From September 24 to October 7, 2006, RBMA set up its HQ in Melbourne, taking over the historic Australian Knitting Mills factory in Richmond. Design consultants Moth and Chris More transformed three floors into a complex of studio suites, lecture hall and communal spaces (including a lawn bowls pitch on the roof), and curators David Hagger, Kano Hollamby and Alex Mitchell adorned the interior with a range of installations and street art symbolism to set the tone for our musical guests.
Joining us on the couch were a slew of musical iconoclasts – among them Skream, the Mizell Brothers, Maurice Fulton, Just Blaze, Peter Hook (Joy Division, New Order), Fabio, Chez Damier, Wally Badarou, Arthur Verocai and Mike Paradinas – all offering insights into their modi operandi and studio mindsets.
Outside of the old Knitting Mill, we invited an eclectic bunch of artists to take part in our program of concerts and club nights. Melburnians, participants, team and lecturers alike spent many late nights in the bars and clubs along Melbourne’s network of inner-city lanes, as well as at venerable venues in St Kilda and Prahran. From golden ticket booths and penny whistle orchestras to rooftop barbecues and disused carparks, no matter where we went, Melbourne did it right.
A swathe of influential producers, DJs and musicians came through the Academy in Melbourne to share their experiences and inspirations. Drum & bass pioneer Fabio recollected juggling “rude boy” and “soul boy” identities as a Brixton youth; purchasing Eric B. & Rakim’s “My Melody” and Fingers Inc.’s “Mystery of Love” on the same day and being awestruck by each. New Jersey-raised hip-hop producer Just Blaze detailed the ins and outs of working with Jay Z, while French synth wizard Wally Badarou reminisced about his storied career as a producer, artist and keyboardist, contributing to records by Grace Jones, Fela Kuti, Marianne Faithful and Black Uhuru among many others.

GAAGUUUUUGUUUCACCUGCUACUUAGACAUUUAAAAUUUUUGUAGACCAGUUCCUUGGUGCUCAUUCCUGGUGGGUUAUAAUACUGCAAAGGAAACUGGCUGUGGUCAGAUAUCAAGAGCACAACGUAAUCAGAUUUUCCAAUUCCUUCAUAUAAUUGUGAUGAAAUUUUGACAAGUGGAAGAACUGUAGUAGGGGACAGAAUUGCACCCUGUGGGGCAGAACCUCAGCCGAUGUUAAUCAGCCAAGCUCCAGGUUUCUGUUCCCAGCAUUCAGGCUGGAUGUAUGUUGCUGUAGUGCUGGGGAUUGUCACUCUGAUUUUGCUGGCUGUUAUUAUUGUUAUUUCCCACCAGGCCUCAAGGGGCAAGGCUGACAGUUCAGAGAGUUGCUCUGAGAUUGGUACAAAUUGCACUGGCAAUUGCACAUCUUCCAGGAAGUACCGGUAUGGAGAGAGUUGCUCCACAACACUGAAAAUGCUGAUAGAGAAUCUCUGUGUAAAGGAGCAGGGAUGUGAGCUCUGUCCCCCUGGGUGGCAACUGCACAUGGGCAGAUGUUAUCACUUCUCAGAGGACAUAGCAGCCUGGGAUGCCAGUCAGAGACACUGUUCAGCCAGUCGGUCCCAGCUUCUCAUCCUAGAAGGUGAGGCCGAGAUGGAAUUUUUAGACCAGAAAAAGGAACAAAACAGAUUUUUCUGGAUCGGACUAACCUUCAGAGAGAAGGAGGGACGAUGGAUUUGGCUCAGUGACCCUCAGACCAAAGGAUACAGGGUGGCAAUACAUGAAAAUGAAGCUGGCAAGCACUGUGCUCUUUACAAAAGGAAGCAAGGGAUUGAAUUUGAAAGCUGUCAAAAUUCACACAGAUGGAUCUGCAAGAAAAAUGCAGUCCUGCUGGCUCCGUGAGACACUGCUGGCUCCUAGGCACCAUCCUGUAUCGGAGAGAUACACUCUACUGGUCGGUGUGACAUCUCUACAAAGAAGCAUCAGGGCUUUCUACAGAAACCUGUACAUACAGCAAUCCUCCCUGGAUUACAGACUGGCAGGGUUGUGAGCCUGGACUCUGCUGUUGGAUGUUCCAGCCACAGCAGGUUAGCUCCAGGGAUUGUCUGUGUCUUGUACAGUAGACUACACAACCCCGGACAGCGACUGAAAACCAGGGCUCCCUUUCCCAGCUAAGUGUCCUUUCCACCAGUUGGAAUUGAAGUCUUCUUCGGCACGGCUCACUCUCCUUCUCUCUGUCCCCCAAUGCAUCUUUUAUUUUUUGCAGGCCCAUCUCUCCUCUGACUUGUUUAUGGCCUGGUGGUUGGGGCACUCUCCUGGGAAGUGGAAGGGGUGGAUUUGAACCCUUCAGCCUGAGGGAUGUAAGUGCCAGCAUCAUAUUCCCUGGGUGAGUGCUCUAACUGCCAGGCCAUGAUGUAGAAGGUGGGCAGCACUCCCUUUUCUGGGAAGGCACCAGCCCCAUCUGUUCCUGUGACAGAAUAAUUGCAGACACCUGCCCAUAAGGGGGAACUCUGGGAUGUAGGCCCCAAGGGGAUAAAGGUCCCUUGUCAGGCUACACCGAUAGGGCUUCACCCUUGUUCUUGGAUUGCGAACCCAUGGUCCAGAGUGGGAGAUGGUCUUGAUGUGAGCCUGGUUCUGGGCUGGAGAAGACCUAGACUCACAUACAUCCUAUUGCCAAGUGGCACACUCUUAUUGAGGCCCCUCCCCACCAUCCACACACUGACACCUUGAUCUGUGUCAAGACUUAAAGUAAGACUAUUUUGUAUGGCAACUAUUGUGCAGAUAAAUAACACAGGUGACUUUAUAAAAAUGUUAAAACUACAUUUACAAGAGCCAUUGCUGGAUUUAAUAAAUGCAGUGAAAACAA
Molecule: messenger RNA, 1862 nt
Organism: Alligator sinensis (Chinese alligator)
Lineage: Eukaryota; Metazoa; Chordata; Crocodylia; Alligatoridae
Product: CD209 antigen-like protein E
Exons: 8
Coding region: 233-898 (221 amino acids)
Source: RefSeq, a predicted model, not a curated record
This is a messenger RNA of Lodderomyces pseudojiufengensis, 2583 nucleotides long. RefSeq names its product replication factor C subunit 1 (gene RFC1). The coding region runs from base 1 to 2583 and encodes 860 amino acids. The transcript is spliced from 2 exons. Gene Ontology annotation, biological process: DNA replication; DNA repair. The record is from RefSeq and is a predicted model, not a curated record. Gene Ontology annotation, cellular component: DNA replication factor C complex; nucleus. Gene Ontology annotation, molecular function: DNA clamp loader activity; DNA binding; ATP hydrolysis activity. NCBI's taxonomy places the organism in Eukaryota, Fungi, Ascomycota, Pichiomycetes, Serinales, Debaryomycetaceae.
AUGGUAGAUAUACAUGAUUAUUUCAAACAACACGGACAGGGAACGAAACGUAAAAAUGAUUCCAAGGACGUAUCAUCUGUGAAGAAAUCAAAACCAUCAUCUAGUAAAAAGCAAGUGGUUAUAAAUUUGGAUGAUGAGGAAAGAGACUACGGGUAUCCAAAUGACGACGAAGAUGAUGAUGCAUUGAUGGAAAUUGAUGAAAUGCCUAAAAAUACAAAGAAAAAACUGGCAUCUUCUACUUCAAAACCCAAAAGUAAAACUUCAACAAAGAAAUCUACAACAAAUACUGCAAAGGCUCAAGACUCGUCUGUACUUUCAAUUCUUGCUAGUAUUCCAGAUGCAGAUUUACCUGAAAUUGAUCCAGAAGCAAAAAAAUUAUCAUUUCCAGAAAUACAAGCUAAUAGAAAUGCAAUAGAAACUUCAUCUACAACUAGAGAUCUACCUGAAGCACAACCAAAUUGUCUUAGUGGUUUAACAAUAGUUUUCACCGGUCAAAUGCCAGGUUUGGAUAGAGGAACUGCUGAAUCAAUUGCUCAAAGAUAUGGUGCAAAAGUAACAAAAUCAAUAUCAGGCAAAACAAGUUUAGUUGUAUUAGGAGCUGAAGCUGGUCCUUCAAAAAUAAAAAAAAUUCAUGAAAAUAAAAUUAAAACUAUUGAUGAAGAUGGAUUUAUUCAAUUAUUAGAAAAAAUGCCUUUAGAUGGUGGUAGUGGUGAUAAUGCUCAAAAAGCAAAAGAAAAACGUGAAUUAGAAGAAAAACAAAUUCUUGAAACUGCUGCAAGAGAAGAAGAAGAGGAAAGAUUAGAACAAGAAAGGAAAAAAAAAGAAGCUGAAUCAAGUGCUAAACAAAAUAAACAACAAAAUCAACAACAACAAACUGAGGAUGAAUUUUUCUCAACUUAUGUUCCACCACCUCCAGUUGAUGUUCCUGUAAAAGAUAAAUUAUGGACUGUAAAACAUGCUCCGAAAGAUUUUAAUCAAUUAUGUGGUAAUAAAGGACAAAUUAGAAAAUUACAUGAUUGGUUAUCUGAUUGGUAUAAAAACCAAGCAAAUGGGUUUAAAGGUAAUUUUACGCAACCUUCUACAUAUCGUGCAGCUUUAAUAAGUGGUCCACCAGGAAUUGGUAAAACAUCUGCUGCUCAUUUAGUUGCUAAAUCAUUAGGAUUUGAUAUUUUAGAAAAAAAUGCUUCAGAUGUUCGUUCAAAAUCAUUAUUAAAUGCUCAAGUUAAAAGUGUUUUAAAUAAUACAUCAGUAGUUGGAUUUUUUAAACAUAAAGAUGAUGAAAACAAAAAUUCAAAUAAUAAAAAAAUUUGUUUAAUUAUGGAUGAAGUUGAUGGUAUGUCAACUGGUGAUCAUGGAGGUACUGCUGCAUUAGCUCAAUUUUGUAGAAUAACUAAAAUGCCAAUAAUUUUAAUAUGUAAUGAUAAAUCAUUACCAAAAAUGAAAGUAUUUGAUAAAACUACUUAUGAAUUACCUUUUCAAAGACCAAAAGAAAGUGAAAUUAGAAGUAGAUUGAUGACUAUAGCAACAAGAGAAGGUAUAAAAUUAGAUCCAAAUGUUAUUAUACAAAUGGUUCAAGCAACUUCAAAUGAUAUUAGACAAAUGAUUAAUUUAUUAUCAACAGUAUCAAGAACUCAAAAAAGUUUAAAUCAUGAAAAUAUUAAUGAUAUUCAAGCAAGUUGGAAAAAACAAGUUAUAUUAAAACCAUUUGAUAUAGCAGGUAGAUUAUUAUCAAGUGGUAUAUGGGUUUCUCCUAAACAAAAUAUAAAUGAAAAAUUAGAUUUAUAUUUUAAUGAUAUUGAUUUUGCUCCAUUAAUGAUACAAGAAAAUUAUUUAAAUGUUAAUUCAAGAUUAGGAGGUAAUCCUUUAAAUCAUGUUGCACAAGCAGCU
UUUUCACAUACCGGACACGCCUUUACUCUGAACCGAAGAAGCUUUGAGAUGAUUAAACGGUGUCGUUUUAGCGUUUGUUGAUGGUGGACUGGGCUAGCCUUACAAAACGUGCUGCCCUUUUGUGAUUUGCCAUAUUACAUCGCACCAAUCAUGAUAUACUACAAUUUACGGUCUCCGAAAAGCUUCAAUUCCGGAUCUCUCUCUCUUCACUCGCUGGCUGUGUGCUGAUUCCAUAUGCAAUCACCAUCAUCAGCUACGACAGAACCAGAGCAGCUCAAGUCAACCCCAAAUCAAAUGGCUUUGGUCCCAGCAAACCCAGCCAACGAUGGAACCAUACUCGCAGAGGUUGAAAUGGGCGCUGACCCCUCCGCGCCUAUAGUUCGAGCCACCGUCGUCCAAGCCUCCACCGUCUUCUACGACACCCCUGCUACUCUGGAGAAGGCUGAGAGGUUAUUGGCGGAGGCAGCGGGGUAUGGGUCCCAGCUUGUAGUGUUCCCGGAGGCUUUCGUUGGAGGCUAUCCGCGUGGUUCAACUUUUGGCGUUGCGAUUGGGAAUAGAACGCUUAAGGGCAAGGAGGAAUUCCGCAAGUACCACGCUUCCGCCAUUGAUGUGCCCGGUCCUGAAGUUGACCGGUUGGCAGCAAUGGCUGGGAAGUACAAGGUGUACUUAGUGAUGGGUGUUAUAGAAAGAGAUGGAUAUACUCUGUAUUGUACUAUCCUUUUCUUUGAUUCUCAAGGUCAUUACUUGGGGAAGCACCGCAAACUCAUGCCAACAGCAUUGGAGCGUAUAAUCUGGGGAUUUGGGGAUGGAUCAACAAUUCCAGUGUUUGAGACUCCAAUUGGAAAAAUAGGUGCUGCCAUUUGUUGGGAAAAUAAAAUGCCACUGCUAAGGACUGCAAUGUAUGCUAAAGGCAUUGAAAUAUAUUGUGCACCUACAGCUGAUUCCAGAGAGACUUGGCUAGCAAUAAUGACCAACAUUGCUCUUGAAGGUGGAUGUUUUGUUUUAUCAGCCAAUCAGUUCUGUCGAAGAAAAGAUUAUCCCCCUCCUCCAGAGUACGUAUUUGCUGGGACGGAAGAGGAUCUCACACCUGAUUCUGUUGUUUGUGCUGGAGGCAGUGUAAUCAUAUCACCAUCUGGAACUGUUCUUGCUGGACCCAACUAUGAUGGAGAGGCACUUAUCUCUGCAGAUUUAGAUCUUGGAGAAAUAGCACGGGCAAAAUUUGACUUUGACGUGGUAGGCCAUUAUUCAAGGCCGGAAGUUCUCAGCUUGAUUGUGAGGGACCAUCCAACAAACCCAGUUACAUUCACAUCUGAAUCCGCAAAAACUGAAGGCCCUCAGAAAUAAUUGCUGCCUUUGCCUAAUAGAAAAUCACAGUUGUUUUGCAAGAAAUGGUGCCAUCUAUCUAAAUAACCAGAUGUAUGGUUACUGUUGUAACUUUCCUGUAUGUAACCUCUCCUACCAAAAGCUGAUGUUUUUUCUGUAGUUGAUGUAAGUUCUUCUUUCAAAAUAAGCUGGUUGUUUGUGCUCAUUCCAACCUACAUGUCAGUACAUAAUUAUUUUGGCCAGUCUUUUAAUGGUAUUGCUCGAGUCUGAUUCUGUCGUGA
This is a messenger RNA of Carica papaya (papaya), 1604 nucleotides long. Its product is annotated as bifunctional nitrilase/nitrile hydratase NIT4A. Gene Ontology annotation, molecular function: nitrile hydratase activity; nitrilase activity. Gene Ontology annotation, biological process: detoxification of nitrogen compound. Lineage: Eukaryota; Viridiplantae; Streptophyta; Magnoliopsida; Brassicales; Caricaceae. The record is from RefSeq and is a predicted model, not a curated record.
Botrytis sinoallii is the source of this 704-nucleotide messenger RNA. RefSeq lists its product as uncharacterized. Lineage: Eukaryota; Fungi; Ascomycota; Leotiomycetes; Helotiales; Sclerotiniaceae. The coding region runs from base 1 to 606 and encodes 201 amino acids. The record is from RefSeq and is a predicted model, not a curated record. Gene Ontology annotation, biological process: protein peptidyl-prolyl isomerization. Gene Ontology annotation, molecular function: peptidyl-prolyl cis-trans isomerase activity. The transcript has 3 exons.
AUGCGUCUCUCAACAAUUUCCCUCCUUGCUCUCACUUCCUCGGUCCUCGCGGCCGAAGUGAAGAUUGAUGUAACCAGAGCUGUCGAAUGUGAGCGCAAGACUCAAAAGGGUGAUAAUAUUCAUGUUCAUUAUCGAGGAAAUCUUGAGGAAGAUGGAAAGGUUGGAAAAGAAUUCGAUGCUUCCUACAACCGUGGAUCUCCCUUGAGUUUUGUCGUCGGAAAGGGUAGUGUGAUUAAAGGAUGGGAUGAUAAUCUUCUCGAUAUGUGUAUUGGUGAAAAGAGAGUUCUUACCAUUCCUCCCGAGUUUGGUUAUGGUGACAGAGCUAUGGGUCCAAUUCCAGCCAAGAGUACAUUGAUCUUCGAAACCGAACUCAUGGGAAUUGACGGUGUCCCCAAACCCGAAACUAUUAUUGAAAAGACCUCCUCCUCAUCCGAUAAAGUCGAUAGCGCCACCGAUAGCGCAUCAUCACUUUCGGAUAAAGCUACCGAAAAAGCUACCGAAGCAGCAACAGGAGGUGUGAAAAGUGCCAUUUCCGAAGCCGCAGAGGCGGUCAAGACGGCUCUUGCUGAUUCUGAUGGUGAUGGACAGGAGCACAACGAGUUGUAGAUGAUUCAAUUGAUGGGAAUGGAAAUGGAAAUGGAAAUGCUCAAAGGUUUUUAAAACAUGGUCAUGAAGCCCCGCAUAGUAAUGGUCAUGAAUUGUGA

Legendary producers the Mizells generously sang or played on several Academy studio sessions with participants; and students were able to catch the inaugural RBMA horn seminar featuring Oz’s premier funk outfit the Bamboos, talking all things brass with RBMA team members Todd Simon of Breakestra and Toby Laing of Fat Freddy’s Drop.
View a complete list of Melbourne lectures here.
With its healthy live music scene, plentiful festivals and lots of people who love to search out strange and interesting music, we knew Melbourne would make for a particularly vibrant edition of RBMA. We brought prodigiously talented house DJs Gerd Janson and Maurice Fulton to the iconic club Honkytonks, and presented a graffiti exhibition, Letterheads, in a disused carpark, with music from Flying Lotus, Chairman Mao, Bozak and Cinnaman. At St. Jerome’s, the venue behind the renowned Laneway festival, Brazilian music legend Arthur Verocai performed in the open air alongside Ann Arbor’s techno and house chameleon Todd Osborn and Canadian dub techno maestro Deadbeat. We enjoyed some inadvisably late nights at Revolver, with guests including Aloe Blacc and Mark Pritchard, and hosted British dubstep pioneers Skream and Kode9 at Chinatown’s laboratory-themed Croft Institute. Our participants played at nightly shows across town, alongside artists like Detroit techno pioneer Derrick May and drum & bass icons Fabio and Roni Size, plus local talent like the Operatives, Kano and Research & Development.
One of the highlights of the RBMA events program in Melbourne was a night of cross-genre musical inspiration called Collideascope, which saw RBMA take over the entire Esplanade Hotel, one of Australia’s longest running music venues and known to locals as the Espy. Joe Bataan performed with a live band that included members of Melbourne band the Bamboos, and up-and-coming soul singer Aloe Blacc performed with a band of RBMA All-stars. Alex Smoke, Greg Wilson, Radio Slave, Chez Damier, Marco Passarani, Patrick Pulsinger, Steve Spacek and Benji B plus local heroes Research & Development and the Little Beasties were just some of the many performers that night.